It is nice to know that this low, stable , predictable inflation of just 2% will mean that over the 35 year working life each $1000.00 saved will have its purchasing power cut in half. You buy a government bond for $1000.00 and when they fulfill their agreement and return the $1000.00 35 years later you must consider that a payment in full. Inflation at any rate is a theft and is insidious. Would you loan 1000 liters of something and be happy to get a half full 1000 liter bottle in return ? Please reject this propaganda froM BOC

      • Sams Mango says:

        You have to ask yourself – Why in the world would the BoC need to create this window? Are Canadians actually that confused/worried about the paper they hold. Scary thoughts.

  8. John in Ottawa says:

    US Supreme Court orders the Federal Reserve Bank to disclose bank loans during the financial crisis.

    For those of you who are paying any attention to this issue, which has been fought all the way to the Supreme Court, we finally know which banks received credit from the Fed in order to keep them afloat during the crisis.

    The Fed made no secret that it had set up emergency swap lines with foreign central banks during the crisis so that they would have enough US dollars to make US denominated payments as they came due.

    Virtually all the G8 banks and the ECB took advantage of the credit facilities, with one glaring exception. After running through all 933 pages of disclosure I have discovered that the Bank of Canada used the facility only once, for approximately $15 billion, and only for one day (pages 250 and 251). One day in several years probably equates to a routine transaction related to a bond maturity or some such benign thing.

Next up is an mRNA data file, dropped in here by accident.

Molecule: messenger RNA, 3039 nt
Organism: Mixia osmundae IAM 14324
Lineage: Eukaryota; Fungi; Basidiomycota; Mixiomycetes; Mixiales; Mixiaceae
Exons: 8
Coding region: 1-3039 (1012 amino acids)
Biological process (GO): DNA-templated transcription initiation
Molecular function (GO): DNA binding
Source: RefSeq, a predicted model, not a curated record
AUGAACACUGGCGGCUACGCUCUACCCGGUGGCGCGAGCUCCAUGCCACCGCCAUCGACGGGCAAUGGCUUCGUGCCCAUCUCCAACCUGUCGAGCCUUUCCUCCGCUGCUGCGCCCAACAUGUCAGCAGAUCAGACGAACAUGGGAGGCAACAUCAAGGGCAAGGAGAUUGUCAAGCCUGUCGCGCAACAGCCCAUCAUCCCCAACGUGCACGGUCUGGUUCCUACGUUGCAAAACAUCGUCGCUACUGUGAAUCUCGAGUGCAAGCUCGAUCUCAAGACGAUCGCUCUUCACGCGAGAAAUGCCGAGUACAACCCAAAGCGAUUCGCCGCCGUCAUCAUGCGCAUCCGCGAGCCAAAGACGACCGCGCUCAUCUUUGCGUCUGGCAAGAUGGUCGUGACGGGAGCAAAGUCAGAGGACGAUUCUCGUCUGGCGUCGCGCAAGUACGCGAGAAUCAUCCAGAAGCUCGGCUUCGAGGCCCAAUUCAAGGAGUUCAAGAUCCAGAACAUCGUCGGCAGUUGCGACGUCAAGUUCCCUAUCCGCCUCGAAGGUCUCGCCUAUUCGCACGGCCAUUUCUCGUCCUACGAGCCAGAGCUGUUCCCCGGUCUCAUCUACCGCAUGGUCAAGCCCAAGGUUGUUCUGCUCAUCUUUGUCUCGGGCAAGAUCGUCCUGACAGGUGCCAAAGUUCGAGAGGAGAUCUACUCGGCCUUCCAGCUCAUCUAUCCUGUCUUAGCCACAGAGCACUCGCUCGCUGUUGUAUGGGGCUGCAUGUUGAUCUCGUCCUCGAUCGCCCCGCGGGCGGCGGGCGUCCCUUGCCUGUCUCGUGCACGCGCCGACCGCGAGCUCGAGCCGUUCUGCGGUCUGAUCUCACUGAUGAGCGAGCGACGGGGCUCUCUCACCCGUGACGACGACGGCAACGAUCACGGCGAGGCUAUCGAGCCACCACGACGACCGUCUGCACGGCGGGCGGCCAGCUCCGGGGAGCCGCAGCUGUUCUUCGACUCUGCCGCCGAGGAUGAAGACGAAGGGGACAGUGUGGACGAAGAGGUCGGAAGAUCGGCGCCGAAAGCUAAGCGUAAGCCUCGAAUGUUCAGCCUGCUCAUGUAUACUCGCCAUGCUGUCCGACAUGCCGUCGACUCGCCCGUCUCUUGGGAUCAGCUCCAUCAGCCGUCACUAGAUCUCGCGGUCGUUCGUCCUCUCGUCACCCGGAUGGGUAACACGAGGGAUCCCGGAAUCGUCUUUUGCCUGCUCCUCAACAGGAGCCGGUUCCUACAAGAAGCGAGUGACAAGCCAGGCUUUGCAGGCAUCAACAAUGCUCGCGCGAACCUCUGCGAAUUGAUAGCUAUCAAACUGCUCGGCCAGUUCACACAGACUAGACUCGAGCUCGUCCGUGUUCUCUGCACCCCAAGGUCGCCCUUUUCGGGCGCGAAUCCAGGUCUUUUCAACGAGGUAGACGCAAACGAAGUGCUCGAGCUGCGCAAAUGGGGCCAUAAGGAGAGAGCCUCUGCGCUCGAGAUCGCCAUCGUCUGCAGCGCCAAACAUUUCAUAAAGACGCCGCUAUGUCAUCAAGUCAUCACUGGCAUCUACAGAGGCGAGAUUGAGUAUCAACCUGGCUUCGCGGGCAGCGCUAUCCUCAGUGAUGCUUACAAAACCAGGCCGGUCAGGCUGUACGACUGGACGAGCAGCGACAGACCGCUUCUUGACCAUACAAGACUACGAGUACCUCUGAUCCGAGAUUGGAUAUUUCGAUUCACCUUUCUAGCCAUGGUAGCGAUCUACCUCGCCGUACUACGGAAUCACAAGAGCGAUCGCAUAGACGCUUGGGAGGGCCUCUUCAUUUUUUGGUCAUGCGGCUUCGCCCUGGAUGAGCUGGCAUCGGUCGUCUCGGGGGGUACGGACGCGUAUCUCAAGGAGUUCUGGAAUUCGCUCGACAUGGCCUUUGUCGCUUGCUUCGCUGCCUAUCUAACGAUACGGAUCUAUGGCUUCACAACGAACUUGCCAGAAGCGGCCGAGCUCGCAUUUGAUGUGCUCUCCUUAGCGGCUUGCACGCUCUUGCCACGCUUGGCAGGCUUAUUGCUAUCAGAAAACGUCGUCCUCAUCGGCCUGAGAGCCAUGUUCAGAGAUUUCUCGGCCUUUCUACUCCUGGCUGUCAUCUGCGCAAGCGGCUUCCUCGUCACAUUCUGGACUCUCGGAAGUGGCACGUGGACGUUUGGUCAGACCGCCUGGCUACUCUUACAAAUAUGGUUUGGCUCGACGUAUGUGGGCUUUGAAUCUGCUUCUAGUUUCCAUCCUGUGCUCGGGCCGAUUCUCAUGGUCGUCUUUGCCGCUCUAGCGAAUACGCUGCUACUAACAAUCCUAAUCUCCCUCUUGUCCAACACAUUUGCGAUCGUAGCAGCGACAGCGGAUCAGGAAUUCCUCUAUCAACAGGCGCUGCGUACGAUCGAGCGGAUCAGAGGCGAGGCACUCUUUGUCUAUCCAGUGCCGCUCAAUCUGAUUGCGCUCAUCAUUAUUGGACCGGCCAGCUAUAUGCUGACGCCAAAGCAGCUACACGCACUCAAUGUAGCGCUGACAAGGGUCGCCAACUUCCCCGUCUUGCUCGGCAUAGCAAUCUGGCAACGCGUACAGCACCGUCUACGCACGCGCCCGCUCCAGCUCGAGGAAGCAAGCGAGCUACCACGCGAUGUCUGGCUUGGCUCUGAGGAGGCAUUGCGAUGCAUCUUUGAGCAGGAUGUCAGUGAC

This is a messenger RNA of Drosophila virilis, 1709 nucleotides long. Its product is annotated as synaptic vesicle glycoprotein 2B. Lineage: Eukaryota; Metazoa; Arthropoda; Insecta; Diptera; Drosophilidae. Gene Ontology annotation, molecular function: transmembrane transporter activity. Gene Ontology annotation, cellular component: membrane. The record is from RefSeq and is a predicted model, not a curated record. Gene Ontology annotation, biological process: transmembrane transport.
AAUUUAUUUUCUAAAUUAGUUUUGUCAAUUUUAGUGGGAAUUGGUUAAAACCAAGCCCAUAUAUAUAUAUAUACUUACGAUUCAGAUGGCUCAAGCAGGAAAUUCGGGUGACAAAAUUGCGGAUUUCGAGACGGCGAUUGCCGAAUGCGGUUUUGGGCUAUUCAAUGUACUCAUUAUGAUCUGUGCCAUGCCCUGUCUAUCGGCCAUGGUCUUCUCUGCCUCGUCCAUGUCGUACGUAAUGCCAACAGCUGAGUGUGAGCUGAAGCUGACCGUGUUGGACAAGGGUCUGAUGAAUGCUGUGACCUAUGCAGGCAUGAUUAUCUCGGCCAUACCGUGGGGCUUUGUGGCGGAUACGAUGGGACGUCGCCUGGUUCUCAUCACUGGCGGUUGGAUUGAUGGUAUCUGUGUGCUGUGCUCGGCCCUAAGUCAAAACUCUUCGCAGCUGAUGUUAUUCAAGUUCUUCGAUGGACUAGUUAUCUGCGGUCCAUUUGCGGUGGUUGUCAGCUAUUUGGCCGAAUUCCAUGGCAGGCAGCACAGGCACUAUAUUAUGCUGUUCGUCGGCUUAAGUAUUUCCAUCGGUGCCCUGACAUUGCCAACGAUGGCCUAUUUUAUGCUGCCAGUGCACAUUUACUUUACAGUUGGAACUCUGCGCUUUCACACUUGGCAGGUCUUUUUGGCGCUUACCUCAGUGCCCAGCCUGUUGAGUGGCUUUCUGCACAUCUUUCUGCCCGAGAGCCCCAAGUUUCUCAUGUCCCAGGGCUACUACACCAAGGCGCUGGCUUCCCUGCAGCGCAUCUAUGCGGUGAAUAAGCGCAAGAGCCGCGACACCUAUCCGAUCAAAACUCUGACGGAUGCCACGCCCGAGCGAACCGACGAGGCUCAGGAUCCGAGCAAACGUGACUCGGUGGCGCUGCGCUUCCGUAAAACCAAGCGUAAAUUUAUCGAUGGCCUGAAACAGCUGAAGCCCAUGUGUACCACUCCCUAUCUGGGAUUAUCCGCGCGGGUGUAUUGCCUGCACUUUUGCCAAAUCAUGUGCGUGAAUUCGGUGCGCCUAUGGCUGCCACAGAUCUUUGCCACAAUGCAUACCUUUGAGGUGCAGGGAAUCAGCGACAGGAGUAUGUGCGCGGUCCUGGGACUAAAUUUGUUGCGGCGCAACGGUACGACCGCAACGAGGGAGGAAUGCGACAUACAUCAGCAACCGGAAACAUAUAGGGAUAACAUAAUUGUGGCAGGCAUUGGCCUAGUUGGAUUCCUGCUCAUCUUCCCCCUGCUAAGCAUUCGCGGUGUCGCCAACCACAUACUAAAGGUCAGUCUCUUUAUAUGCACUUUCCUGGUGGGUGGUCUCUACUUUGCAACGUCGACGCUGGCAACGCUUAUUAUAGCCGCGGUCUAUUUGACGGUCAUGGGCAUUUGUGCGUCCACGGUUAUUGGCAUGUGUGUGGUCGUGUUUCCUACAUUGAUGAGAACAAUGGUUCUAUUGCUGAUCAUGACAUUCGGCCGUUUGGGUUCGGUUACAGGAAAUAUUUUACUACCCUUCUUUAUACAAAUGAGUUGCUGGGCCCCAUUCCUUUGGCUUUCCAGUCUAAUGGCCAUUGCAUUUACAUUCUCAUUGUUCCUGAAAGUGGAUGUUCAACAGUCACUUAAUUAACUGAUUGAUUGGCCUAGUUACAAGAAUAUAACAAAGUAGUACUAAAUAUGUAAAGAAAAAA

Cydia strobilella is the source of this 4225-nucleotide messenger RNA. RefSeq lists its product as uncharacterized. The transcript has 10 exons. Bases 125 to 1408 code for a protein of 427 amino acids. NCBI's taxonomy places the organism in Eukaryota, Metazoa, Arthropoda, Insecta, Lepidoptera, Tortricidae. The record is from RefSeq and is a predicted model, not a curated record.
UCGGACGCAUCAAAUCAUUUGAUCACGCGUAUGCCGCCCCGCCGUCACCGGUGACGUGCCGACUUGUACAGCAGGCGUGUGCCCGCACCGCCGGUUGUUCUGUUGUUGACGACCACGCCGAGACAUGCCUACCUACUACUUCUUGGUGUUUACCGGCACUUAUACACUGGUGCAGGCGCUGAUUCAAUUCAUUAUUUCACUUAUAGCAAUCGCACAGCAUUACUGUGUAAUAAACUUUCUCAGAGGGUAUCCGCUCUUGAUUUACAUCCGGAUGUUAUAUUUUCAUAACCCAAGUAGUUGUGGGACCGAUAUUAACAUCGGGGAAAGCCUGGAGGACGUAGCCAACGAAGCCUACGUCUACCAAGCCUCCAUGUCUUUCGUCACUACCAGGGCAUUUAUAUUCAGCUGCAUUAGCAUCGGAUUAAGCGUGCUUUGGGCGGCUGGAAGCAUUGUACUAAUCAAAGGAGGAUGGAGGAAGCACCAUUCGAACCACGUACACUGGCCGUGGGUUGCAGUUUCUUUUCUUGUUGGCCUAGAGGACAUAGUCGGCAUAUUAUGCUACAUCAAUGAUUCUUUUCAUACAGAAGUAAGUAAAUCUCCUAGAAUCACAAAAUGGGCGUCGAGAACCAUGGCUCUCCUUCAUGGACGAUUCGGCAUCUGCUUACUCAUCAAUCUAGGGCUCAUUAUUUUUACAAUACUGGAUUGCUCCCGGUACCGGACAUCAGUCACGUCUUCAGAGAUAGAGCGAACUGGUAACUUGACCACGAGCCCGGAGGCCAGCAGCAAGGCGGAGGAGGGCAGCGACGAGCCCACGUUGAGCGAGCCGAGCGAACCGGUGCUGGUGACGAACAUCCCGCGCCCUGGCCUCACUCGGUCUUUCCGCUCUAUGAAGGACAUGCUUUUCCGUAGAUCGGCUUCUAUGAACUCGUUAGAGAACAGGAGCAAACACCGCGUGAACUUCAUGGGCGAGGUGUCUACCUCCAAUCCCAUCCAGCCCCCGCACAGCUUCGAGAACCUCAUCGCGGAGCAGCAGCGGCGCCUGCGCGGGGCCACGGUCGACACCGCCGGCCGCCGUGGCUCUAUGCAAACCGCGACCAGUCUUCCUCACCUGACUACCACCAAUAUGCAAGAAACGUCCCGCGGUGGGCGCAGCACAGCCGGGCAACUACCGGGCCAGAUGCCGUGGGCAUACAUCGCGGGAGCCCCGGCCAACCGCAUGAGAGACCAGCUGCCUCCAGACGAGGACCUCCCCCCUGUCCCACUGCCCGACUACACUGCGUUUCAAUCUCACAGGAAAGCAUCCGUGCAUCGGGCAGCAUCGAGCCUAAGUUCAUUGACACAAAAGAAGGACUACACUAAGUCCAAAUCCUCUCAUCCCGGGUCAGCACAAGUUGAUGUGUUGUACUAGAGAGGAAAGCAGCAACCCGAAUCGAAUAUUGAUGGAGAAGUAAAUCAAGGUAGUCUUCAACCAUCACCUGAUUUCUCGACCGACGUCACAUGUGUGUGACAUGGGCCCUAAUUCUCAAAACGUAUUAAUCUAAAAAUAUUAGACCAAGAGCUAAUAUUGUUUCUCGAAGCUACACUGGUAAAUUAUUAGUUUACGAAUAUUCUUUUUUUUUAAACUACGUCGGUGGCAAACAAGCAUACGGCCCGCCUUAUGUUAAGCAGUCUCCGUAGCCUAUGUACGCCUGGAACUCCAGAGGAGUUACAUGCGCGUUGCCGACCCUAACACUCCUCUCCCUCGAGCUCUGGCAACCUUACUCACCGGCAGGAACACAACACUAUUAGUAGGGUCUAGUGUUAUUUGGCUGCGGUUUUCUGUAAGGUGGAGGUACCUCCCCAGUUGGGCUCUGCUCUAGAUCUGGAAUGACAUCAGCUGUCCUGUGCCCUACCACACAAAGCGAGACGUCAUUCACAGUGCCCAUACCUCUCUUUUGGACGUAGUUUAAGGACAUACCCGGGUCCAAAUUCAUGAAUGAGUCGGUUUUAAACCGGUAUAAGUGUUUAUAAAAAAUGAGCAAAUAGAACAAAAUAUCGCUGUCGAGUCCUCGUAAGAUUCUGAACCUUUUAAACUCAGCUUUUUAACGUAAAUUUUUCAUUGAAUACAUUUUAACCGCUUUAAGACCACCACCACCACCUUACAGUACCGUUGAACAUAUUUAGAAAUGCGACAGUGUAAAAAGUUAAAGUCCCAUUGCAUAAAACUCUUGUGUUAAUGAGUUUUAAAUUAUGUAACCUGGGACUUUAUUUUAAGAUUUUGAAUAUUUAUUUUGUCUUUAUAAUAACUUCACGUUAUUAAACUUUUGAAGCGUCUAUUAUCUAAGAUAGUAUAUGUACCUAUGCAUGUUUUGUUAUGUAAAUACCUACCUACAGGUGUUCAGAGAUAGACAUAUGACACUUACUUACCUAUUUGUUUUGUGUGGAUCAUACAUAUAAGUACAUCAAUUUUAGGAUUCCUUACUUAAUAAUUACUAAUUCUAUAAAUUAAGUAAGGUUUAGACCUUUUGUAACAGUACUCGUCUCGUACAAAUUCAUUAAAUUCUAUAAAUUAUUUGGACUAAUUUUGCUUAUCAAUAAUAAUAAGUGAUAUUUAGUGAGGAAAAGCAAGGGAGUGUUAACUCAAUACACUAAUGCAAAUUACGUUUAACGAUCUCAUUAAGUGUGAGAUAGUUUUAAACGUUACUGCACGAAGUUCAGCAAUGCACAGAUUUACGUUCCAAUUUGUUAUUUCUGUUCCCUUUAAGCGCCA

So, it might be said that Canada made it through the crisis in a different way than most of the other central banks, if for no other reason than it didn’t maintain an outstanding balance with the Fed of hundreds of billions of dollars over long durations.

    It really was different here.

    • LRM says:

      Would that one time transaction be included in this analysis or is this something different

      I don’t understand the swaps so it does not mean a lot to me

      • Sams Mango says:

        Must be a lawsuit pending by XYZ vs BofC or clients vs banks, etc. If the BoC created an “event” by engaging into a swap line that caused a fake need for USD and selling of CAD, ISDA contracts allow for immediate breakage of contract/cancel and payment. The lonnie went mental during that time and I am sure many desks/clients faced large losses from the “Event” created by the bank of canada.

      • John in Ottawa says:

        Yes, it is included on pages 250 and 251. For some reason, the Fed redacted any line for which there was no transaction, so the BoC only shows up twice.

        I think Zero Hedge jumped the gun a bit on this post.